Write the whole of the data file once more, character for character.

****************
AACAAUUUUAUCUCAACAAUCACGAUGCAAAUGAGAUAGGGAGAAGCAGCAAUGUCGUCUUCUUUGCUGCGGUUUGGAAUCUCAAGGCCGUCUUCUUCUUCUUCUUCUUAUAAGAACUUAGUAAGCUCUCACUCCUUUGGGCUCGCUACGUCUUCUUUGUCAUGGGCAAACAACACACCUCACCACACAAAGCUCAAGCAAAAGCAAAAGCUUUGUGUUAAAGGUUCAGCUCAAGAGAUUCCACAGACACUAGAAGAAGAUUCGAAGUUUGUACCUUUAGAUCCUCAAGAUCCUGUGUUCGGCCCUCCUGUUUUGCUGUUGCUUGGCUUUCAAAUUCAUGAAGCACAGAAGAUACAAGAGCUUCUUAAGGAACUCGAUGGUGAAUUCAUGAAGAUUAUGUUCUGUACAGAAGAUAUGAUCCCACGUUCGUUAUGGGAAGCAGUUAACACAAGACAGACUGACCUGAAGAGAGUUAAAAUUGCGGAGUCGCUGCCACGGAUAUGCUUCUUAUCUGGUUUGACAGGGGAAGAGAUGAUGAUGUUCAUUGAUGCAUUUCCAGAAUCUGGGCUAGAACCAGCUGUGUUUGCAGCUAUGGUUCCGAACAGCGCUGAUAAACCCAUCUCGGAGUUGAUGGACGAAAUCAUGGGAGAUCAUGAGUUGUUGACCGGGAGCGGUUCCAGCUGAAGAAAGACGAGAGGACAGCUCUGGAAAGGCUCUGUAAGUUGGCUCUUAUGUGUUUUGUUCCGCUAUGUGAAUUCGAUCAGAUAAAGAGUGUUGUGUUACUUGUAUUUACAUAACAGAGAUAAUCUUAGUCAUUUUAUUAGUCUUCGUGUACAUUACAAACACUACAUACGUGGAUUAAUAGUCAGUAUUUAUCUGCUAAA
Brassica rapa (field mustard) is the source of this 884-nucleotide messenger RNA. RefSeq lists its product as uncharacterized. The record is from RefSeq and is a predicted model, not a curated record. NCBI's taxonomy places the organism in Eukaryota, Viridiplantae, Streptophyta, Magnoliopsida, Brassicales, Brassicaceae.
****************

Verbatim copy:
AACAAUUUUAUCUCAACAAUCACGAUGCAAAUGAGAUAGGGAGAAGCAGCAAUGUCGUCUUCUUUGCUGCGGUUUGGAAUCUCAAGGCCGUCUUCUUCUUCUUCUUCUUAUAAGAACUUAGUAAGCUCUCACUCCUUUGGGCUCGCUACGUCUUCUUUGUCAUGGGCAAACAACACACCUCACCACACAAAGCUCAAGCAAAAGCAAAAGCUUUGUGUUAAAGGUUCAGCUCAAGAGAUUCCACAGACACUAGAAGAAGAUUCGAAGUUUGUACCUUUAGAUCCUCAAGAUCCUGUGUUCGGCCCUCCUGUUUUGCUGUUGCUUGGCUUUCAAAUUCAUGAAGCACAGAAGAUACAAGAGCUUCUUAAGGAACUCGAUGGUGAAUUCAUGAAGAUUAUGUUCUGUACAGAAGAUAUGAUCCCACGUUCGUUAUGGGAAGCAGUUAACACAAGACAGACUGACCUGAAGAGAGUUAAAAUUGCGGAGUCGCUGCCACGGAUAUGCUUCUUAUCUGGUUUGACAGGGGAAGAGAUGAUGAUGUUCAUUGAUGCAUUUCCAGAAUCUGGGCUAGAACCAGCUGUGUUUGCAGCUAUGGUUCCGAACAGCGCUGAUAAACCCAUCUCGGAGUUGAUGGACGAAAUCAUGGGAGAUCAUGAGUUGUUGACCGGGAGCGGUUCCAGCUGAAGAAAGACGAGAGGACAGCUCUGGAAAGGCUCUGUAAGUUGGCUCUUAUGUGUUUUGUUCCGCUAUGUGAAUUCGAUCAGAUAAAGAGUGUUGUGUUACUUGUAUUUACAUAACAGAGAUAAUCUUAGUCAUUUUAUUAGUCUUCGUGUACAUUACAAACACUACAUACGUGGAUUAAUAGUCAGUAUUUAUCUGCUAAA
Brassica rapa (field mustard) is the source of this 884-nucleotide messenger RNA. RefSeq lists its product as uncharacterized. The record is from RefSeq and is a predicted model, not a curated record. NCBI's taxonomy places the organism in Eukaryota, Viridiplantae, Streptophyta, Magnoliopsida, Brassicales, Brassicaceae.